Procedure 1402 places the attribute identification information gathered from user 24 into an inventory attribute information memory structure 1500, which is maintained as a file in disk memory 28 (see FIG. 1). FIG. 15 shows a block diagram of inventory attribute information memory structure file 1500. As shown in FIG. 15, structure 1500 may contain any number of attribute identifiers 1502.

Referring to both of FIGS. 14 and 15, in a procedure 1404 manufacturing interpreter 40 prompts user 24 to supply a resource identifier 1504 for each resource 14, capability (see TABLE I) limits 1506, and a prioritization methodology definition 1508 for the identified resource 14. Procedure 1404 transfers this information to memory structure 1500. Resource identifier 1504 represents a name of a specific resource 14. Capability limits 1506 describe the maximum and minimum capacities or other boundaries on the capabilities of the corresponding resource 14. For example, capability limits of a temperature attribute of a specific oven resource 14 may be upper and lower temperatures. A capability limit of a quantity attribute of a consumable raw material, such as bolts or welding rods, may be the maximum inventory that can be held in a particular bin. Prioritization methodology 1508 specifies whether to consider the corresponding resource 14 as being a static or dynamic resource in subsequent plans.

Memory structure 1500 associates any number, typically one or two, of capability limits 1506 with each resource id 1504. In addition, capability limits 1506 and their associated resource id 1504 are associated with an attribute id 1502. Thus, each attribute id 1502 has its own structure of resource ids 1504 and capability limits 1506. Of course, the same resource id 1504 may be associated with multiple attribute ids 1502.

In a procedure 1406, resource characterization module 1400 prompts user 24 to identify resources 14 which are included in resource sets 1510. Each resource 14 included within a resource set 1510 may be substituted for another without a significant effect on the processing of products or services. For example, environment 10 may include many push cart resources 14 for transporting work-in-progress from one location to another. All carts may be included in a single set. Thus, a particular process flow description BOR 702 (see FIG. 7) may specify use of a member of this set. Planners and simulators will then have great flexibility in allocating all carts. In addition, all carts of a single size may be grouped in their own set. Thus, a process flow description may specify the use of a cart from the set of all carts, a cart from the set of carts of a specific size, or a specific single cart. Generally, a user 24 will wish to identify as broad a set as possible to satisfy a demand of a lot 16. A more narrow specification of a resource than is necessary will unduly constrict potential plans and manufacturing control, and may lead to less efficient allocations of lots to resources.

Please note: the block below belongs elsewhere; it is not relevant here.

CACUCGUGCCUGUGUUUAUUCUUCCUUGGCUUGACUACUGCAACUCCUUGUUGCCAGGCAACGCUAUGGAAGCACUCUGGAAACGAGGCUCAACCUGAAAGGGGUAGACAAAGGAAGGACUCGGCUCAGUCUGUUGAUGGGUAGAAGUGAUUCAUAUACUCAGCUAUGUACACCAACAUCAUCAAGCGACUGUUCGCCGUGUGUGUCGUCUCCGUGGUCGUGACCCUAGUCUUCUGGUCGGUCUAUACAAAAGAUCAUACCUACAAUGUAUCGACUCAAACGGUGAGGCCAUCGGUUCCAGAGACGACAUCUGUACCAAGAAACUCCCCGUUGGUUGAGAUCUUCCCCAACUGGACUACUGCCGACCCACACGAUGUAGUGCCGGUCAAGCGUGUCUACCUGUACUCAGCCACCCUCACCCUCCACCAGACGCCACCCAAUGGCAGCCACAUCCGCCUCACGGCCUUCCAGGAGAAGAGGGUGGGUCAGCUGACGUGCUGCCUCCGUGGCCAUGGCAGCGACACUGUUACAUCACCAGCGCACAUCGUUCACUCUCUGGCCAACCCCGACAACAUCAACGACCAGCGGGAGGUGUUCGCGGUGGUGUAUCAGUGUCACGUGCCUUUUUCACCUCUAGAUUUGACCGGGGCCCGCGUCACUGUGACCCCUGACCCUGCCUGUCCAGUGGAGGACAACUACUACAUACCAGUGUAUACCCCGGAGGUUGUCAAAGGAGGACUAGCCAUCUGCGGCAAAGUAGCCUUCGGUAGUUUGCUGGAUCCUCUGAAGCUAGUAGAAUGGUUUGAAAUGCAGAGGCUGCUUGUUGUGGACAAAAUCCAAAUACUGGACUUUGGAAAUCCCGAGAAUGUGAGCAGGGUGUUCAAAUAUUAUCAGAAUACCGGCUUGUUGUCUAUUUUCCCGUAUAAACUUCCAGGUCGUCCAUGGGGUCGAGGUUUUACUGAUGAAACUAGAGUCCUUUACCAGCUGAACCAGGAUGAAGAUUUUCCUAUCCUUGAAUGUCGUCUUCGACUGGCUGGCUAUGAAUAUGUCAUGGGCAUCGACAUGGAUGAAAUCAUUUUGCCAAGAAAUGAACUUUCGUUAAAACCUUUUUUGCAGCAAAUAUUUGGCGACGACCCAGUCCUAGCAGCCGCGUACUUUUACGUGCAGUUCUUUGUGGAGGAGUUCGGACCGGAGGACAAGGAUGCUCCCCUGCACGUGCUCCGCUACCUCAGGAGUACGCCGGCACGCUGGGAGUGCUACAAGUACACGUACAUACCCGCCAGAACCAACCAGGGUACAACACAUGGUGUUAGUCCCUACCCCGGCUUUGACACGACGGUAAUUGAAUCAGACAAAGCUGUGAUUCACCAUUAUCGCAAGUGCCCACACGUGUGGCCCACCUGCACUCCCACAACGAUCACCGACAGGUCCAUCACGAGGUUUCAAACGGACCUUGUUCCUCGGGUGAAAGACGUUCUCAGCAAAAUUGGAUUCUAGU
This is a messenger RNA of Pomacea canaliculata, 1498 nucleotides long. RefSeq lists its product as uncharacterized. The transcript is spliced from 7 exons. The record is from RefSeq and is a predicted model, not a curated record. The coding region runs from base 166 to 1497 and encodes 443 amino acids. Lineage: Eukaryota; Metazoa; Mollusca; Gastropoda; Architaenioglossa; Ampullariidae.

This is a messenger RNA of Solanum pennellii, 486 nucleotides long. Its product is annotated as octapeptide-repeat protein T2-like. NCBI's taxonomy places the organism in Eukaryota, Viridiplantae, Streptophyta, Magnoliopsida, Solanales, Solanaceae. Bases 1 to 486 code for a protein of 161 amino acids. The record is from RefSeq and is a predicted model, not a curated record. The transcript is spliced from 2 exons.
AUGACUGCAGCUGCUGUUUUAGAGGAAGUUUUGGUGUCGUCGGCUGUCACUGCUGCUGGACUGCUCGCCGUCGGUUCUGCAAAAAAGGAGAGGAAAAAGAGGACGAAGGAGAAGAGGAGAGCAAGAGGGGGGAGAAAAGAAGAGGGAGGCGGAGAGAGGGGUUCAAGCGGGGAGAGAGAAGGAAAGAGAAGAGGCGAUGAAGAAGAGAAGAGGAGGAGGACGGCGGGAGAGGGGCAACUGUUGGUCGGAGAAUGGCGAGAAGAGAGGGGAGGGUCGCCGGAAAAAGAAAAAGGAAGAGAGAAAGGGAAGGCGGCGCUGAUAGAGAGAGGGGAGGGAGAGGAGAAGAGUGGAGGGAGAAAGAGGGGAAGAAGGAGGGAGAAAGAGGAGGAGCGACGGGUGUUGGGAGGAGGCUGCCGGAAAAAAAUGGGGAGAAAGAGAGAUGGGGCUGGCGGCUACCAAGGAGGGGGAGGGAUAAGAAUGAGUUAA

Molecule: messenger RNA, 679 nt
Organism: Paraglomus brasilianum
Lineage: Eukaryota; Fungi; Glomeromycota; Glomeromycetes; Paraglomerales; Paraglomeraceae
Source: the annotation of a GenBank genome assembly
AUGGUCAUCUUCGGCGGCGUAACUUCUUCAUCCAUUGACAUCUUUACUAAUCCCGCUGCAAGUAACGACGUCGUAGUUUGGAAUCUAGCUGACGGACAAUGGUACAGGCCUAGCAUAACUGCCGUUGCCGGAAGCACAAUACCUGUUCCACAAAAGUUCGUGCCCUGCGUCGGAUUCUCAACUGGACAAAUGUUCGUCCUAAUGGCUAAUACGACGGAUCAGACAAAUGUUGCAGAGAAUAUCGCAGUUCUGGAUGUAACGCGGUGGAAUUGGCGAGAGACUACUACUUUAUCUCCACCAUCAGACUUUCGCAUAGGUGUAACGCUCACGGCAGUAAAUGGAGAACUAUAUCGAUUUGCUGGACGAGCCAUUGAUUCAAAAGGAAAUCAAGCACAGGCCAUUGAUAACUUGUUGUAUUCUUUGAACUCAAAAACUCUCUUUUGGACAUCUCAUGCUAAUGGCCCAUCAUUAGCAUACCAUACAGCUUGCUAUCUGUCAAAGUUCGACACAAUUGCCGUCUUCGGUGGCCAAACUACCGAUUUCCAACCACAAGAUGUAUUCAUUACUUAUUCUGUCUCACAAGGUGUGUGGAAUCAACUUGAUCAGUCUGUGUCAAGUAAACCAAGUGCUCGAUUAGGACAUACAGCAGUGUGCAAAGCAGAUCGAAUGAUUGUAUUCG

As shown in FIGS. 14-15, procedure 1406 saves resource set identifiers 1510 in memory structure 1500. Any number of sets may be identified, and each set identifier 1510 is associated with its corresponding resources 1504. Procedures 1402-1406 need not be performed in any particular order within resource characterization module 1400.

In summary, an improved system for managing process flow information is provided. The system of the present invention promotes standardization of process flows. For example, the hierarchy of process flow entities permits such entities to be compiled and maintained separately from the various higher level organizational tasks which may require the process. Process flows for several of such tasks may easily incorporate separate, discrete process flow entities. Any changes in the separate entities will then automatically be incorporated in the overall task process flow.